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Brain tumor survivor shares his experience at Stanford: 'I felt like I was in the best hands possible' 

March 4, 2022 - By Dian Le

Photo courtesy of Rob Henslin

In April 2021, Rob Henslin experienced a worrying episode: he had migraine-like symptoms and mental confusion. When he spoke, a seemingly random mix of words came out of his mouth. Rob later learned this symptom is called schizophasia, or word salad. "I was thinking clearly in my head, but I couldn't make the words come out correctly," he recalled.

After his symptoms surfaced for a second time, Rob landed in the emergency room, where his care team ordered a brain imaging scan to rule out an aneurysm. His doctor came in with the news: Rob didn't have a brain bleed, but the scan detected a mass in his brain. "It was a terrible moment where my heart sank and I realized, wait a minute, a mass is a tumor," Rob said.

Rob, who lives in Redding, CA, asked for a referral to Stanford Medicine, where he met with neurosurgeon Gordon Li, MD. Together, they decided on a "wait and watch" approach: to actively monitor the tumor, in order to avoid unnecessary treatments that may cause considerable side effects. 

Five months later, in September 2021, Rob went in for a follow-up MRI. The results showed that the tumor, located on Rob's left parietal lobe, had grown aggressively—several millimeters in all directions—and it was time to remove it. 

Undergoing brain tumor removal

Rob's brain tumor surgery occurred on September 29, 2021. Dr. Li had initially estimated that he could remove at least 90% of Rob's brain tumor. The last 10%, according to Dr. Li, was unknown because there was a blood vessel involved at the tumor site, and part of the tumor was wrapped around that vessel. However, during surgery, Dr. Li was able to navigate the blood vessel successfully, and removed the entire tumor.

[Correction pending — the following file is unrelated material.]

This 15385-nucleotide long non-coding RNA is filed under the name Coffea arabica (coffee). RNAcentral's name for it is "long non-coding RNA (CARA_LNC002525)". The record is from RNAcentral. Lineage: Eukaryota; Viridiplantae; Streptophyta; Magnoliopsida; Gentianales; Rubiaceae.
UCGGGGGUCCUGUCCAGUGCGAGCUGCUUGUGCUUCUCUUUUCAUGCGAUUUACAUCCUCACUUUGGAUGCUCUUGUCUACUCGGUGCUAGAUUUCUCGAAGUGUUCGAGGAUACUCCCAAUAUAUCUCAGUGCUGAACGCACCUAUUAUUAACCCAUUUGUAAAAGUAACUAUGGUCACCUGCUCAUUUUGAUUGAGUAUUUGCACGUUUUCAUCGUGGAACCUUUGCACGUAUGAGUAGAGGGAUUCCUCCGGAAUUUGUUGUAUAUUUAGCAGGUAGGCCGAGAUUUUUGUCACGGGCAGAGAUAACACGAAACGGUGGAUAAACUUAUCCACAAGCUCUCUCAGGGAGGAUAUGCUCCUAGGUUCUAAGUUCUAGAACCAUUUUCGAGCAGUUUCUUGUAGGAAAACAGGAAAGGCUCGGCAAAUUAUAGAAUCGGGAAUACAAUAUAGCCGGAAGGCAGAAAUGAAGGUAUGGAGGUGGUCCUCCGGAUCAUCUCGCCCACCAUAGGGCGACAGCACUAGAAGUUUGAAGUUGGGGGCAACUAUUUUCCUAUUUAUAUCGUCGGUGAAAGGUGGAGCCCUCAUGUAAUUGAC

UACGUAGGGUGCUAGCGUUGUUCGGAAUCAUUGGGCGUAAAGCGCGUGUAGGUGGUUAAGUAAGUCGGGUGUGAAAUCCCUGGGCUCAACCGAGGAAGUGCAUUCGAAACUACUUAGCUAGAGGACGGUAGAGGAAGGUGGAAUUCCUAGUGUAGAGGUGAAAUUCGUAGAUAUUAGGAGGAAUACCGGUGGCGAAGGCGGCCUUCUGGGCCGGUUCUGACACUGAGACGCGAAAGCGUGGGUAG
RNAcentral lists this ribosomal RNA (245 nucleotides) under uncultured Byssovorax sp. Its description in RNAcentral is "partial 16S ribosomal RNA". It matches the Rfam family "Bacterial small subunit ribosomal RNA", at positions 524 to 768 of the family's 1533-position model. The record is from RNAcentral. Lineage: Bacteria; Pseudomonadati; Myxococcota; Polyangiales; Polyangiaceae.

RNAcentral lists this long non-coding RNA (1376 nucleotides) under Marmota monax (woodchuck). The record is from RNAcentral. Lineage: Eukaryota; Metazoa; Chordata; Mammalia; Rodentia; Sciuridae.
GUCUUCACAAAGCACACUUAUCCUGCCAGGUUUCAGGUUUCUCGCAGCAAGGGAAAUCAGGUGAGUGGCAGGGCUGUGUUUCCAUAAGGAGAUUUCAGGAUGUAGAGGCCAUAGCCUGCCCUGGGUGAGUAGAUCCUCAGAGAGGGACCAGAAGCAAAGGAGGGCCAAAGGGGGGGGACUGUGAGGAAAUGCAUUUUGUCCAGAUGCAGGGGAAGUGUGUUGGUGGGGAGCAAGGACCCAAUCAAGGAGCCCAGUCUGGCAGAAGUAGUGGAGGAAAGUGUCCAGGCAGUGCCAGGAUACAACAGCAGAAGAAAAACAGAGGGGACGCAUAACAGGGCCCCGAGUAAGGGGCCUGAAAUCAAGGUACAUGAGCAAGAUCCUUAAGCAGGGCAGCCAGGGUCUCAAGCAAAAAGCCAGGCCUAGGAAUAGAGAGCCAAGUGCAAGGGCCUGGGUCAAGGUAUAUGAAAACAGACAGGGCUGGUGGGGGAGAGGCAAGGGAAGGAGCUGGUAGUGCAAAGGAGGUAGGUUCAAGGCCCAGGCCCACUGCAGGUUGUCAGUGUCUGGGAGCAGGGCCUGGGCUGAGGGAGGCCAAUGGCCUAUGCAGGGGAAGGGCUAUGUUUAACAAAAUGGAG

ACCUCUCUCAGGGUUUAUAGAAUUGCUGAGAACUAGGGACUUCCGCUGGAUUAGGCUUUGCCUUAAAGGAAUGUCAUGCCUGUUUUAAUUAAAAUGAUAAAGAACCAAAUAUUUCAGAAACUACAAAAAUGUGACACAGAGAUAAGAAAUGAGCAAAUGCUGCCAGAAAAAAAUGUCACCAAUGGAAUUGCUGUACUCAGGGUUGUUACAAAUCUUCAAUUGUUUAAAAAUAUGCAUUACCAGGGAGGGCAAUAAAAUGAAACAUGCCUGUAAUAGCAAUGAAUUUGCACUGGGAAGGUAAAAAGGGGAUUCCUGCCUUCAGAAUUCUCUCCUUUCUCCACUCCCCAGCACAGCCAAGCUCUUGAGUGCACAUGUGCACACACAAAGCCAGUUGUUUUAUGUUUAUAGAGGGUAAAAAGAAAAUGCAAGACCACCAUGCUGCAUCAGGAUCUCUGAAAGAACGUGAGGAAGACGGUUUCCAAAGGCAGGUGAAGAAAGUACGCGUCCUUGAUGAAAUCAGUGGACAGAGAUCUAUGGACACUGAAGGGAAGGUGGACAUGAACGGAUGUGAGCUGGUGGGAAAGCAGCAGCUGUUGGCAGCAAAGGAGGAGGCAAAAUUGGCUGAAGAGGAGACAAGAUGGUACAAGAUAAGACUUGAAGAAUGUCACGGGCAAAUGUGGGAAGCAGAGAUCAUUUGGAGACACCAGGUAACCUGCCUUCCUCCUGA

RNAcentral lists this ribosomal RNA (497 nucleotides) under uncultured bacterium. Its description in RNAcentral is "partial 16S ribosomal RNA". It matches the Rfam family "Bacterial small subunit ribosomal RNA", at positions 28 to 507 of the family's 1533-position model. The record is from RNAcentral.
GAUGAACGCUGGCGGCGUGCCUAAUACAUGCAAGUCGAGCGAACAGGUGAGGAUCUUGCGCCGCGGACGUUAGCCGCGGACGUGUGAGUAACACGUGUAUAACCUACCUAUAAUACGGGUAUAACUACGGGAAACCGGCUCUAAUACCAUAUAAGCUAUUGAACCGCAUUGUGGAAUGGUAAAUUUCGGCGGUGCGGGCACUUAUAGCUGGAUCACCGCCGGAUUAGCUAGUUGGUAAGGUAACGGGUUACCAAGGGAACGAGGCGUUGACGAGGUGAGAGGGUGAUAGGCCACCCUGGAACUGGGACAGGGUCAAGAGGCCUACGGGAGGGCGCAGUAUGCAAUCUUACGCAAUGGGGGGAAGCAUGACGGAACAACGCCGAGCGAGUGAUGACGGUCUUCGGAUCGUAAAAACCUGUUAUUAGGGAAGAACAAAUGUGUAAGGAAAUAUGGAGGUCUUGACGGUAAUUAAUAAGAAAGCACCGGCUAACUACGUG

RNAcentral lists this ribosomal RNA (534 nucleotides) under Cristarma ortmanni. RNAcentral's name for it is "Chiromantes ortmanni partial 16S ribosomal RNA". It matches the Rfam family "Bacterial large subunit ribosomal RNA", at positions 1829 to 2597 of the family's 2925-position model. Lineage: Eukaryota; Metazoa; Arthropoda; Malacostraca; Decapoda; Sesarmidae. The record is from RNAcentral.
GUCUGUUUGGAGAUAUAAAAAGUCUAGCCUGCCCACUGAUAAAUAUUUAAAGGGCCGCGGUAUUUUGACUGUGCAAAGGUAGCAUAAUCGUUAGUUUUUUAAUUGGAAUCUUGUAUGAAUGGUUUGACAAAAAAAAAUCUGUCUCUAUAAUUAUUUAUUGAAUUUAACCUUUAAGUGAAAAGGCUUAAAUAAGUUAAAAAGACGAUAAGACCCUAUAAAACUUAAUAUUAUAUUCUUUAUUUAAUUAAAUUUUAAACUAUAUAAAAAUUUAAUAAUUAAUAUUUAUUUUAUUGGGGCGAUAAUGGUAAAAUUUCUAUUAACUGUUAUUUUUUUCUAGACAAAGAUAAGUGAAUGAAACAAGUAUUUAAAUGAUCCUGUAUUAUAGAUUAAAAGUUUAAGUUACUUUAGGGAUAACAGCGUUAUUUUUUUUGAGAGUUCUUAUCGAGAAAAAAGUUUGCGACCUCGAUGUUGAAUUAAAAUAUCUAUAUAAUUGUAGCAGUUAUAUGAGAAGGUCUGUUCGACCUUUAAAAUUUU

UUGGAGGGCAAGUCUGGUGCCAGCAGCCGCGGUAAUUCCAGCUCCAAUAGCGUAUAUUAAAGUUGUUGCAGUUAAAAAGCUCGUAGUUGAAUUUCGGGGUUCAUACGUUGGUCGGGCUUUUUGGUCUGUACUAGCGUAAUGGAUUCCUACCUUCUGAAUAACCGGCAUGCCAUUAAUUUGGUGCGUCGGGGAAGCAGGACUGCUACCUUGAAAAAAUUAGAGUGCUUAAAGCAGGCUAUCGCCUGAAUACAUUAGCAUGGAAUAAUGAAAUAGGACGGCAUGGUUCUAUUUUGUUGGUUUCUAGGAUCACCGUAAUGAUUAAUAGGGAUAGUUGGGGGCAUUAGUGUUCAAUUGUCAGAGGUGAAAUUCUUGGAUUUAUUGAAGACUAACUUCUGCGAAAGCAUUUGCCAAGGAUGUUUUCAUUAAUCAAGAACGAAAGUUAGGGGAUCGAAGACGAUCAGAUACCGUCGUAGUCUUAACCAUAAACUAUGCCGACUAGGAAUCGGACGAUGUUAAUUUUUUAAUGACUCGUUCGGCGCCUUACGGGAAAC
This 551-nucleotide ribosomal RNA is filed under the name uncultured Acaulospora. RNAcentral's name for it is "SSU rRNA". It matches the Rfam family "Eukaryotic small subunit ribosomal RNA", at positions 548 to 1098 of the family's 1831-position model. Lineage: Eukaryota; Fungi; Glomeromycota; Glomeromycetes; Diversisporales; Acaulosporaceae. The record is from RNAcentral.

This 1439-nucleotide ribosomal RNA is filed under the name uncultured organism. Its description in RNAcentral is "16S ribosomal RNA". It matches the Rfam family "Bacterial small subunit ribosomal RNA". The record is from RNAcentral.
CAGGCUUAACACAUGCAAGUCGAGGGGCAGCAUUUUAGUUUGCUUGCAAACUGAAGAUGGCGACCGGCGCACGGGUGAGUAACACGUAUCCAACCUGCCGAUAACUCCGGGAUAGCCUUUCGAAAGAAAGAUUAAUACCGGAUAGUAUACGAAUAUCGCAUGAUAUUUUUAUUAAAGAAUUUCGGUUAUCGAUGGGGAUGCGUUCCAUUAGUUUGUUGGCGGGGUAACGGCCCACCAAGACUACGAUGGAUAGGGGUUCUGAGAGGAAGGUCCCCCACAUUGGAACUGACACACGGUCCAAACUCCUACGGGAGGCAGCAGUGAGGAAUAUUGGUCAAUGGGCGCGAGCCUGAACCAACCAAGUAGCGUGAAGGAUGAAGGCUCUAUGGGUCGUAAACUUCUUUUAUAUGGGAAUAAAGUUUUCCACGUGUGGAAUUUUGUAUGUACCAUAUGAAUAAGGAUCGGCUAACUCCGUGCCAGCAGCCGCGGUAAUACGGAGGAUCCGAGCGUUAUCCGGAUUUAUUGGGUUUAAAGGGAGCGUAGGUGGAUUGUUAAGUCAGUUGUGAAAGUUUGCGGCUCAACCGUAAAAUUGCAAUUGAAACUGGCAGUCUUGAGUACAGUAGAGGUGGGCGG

Rob chose Dr. Li because of his expertise in removing brain tumors, and because he felt a good rapport with him. "I felt like he not only listened to where I was coming from," he said, "he was carefully considering what I was saying."

As a Stanford Brain Tumor Center neurosurgeon, Dr. Li has significant experience with many kinds of brain tumors; his expertise includes treatments and surgeries for gliomas, meningiomas, and schwannomas, among others. 

Neutrophil's Guide to Stem Cell Transplants for Kids was written and illustrated by Rob

A history of excellent care at Stanford

Rob has a long history of getting care at Stanford. He is a leukemia survivor who received a stem cell transplant under the care of Dr. Robert Negrin in 2009 at Stanford. 

Inspired by his experience, Rob, who is a graphic designer and illustrator, recently wrote and illustrated an age-appropriate book to help young children facing stem cell transplant called Neutrophil's Guide to Stem Cell Transplants for Kids

From a leukemia recurrence, to a stem cell transplant, to facing a brain tumor with Dr. Li, Rob has always felt that, at Stanford, he was in the best hands possible. He also has the highest praise for the nurses he's met at Stanford Medicine. 

"Every one of them, I believe, are angels sent to earth directly by God," he said. "I have always adored all of them."

Request an appointment at Stanford Brain Tumor Center by calling 650-497-7777 or emailing BrainTumorCenter@stanfordhealthcare.org. More information about Stanford Brain Tumor Center can be found online

Stanford Brain Tumor Center